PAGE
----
PORTLAND — Maine lawmakers might try to pump some life into the state’s troubled wild blueberry industry by overhauling the makeup of the commission that promotes the state’s most important fruit crop.

In this Friday, Aug. 24, 2018, photo, Sam Bentzinger, left, and Jake Bentzinger unload freshly picked wild blueberries at the Coastal Blueberry Service in Union. AP File Photo/Robert F. Bukaty

Maine is America’s sole significant commercial producer of wild blueberries. These are smaller than the ubiquitous cultivated blueberries and are used in lots of frozen and processed products. The industry is weathering a difficult time, as harvesters collected about 57 million pounds of the fruit in 2018, down nearly 11 million pounds from the previous year. Prices have been lukewarm, too.

A legislative committee is considering a bill to expand the number of people who sit on the Wild Blueberry Commission of Maine, which is tasked with coordinating promotion, education, policy, research and development of the fruit. The proposal could also help the commission represent a broader cross section of the state’s wild blueberry industry, supporters said.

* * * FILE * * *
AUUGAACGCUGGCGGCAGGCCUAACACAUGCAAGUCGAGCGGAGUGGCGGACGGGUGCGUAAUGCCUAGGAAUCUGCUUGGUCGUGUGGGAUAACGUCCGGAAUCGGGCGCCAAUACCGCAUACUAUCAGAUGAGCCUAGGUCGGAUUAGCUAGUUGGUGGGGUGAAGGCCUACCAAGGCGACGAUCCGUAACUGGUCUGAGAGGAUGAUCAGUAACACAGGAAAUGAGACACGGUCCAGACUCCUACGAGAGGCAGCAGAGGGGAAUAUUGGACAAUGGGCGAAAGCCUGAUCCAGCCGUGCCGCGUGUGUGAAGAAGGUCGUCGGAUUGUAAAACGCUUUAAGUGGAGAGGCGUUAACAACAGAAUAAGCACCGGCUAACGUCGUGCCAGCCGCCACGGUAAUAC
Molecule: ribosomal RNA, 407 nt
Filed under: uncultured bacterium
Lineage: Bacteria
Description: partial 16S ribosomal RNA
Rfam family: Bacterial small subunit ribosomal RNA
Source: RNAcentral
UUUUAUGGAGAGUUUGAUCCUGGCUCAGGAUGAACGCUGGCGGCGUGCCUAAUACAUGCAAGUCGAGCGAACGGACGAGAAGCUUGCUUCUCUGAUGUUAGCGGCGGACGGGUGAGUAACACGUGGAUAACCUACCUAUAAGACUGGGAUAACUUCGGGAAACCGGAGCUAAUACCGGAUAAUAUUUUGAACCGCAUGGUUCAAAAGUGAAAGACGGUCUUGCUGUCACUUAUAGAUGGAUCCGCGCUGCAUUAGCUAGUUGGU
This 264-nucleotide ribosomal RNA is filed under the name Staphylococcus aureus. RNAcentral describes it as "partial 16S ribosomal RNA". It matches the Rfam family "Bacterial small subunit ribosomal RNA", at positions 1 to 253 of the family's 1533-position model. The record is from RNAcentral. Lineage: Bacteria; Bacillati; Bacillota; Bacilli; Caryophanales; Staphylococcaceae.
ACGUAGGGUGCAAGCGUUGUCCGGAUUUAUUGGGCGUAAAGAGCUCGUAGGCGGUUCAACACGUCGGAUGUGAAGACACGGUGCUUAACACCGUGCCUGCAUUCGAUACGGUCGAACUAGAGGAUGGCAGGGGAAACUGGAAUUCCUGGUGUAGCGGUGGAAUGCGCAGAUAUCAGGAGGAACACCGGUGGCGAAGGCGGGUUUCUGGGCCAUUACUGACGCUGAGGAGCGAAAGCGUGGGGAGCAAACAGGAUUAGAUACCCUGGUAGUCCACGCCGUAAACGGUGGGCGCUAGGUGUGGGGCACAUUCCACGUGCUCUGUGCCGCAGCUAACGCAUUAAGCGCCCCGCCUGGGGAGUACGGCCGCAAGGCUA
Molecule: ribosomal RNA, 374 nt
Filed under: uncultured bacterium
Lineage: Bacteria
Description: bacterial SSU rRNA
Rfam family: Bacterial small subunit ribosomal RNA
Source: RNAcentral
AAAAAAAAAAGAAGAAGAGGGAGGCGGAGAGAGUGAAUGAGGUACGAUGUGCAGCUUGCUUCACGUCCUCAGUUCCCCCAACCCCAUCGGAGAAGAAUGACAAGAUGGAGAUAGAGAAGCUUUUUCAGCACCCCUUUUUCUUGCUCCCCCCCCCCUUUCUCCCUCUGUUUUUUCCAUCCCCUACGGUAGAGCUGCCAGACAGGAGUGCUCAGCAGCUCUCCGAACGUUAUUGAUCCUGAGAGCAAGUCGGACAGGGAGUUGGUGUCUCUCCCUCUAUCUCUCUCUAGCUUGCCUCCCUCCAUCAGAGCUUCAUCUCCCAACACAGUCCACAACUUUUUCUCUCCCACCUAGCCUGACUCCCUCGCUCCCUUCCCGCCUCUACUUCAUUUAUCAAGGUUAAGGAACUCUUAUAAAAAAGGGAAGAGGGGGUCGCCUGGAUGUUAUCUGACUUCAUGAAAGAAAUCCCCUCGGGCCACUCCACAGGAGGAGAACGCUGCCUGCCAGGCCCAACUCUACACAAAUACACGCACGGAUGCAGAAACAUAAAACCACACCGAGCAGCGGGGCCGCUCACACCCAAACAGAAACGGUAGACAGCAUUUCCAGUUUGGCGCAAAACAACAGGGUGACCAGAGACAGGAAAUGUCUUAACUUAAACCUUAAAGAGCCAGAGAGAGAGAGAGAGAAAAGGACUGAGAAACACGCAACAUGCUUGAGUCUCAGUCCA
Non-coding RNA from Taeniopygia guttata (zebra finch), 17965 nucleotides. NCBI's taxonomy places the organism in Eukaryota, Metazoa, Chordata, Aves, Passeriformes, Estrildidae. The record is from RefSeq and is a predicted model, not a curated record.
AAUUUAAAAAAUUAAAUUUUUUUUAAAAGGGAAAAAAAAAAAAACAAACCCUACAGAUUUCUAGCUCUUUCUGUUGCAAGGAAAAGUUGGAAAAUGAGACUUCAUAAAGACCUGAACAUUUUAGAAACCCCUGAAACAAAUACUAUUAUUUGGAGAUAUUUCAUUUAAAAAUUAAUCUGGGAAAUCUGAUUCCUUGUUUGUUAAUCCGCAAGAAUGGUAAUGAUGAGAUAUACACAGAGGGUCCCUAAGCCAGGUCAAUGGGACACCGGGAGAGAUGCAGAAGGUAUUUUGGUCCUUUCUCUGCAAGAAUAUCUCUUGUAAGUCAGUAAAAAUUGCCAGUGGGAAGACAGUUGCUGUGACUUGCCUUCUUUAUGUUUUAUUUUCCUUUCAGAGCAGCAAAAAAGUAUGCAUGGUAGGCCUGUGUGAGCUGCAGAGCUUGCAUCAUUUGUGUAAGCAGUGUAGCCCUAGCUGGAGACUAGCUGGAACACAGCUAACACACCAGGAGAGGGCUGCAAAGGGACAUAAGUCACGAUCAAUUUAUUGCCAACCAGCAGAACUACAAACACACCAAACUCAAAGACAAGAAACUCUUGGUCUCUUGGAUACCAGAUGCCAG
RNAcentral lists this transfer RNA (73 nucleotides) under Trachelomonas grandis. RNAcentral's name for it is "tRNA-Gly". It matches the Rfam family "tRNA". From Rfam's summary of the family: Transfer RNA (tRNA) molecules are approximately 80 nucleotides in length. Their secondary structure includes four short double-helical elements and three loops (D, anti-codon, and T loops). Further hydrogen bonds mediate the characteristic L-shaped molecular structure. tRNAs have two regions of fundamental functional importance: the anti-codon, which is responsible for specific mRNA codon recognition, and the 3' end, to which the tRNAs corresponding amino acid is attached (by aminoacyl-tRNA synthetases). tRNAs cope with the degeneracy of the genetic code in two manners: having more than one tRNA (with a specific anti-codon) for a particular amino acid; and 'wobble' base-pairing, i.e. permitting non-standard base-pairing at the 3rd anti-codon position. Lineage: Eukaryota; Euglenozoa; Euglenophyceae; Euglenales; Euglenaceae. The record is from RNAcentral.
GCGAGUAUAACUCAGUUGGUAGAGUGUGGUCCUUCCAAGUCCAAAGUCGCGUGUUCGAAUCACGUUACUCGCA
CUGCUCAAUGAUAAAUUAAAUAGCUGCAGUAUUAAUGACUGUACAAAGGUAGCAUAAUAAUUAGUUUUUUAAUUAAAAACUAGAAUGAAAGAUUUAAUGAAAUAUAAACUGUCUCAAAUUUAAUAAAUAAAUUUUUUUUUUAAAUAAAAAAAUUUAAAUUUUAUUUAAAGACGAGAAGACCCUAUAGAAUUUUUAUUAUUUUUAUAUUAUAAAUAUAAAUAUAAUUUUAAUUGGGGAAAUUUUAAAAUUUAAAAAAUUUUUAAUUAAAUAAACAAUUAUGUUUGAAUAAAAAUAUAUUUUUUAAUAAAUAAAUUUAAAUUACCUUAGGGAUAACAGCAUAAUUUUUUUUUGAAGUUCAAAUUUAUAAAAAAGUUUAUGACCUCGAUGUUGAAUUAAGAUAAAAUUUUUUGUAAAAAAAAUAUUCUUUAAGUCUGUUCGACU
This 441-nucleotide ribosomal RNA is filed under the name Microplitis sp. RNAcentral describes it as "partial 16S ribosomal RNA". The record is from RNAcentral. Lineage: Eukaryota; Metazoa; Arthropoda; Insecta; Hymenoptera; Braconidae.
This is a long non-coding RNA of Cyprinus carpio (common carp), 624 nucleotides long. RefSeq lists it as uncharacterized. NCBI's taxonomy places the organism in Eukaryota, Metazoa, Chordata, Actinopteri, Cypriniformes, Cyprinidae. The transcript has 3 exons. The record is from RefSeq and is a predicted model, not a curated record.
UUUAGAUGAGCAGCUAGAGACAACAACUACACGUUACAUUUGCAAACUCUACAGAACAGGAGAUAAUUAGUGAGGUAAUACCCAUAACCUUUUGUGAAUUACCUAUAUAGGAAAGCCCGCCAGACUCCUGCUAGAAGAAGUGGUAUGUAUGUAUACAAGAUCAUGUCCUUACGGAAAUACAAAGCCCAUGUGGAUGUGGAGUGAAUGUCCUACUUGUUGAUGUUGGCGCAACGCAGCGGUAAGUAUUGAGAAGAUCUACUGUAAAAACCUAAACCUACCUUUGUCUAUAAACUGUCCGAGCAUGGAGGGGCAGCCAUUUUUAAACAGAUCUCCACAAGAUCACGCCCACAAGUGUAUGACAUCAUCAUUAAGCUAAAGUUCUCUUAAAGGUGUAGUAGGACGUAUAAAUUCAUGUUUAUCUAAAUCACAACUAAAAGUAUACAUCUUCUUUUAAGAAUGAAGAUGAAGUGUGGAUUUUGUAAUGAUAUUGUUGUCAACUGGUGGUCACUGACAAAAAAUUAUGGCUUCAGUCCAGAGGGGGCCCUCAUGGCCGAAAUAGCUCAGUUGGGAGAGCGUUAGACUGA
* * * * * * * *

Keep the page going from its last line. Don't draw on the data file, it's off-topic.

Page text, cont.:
The bill, presented by Democratic Rep. Robert Alley, would increase the number of members on the commission from eight to 10, and broaden its reach by encouraging participation from organic farmers, tribal growers, representatives from the fresh packing industry and others.

The proposal faces a Thursday committee vote. The interim executive director of the commission itself said changing the composition of the board could benefit the blueberry business, which is situated mostly in rural Down East Maine.

The commission is “ready to accept some help in negotiating this downturn in the industry,” which has been hard on growers and processors, Patricia Kontur said.

“It has been tough. And also, we understand that we need to diversify a little more in order to succeed because we really have some strong competition with the cultivated blueberries,” she said.

The wild blueberry industry also faces competition from the provinces of Atlantic Canada, which grow the same crop. And it’s struggled in recent years with fungal diseases, less-than-ideal weather and difficulty in opening up new markets during recent years of heavy supply.

Alley testified in February that changes could provide “the necessary vitality and diversity to help the growers get through this difficult time.” The commission’s activities are funded by farmers and processors who pay a penny-and-a-half tax on every pound of blueberries produced in the state. That amounts to about $1 million in a typical year.

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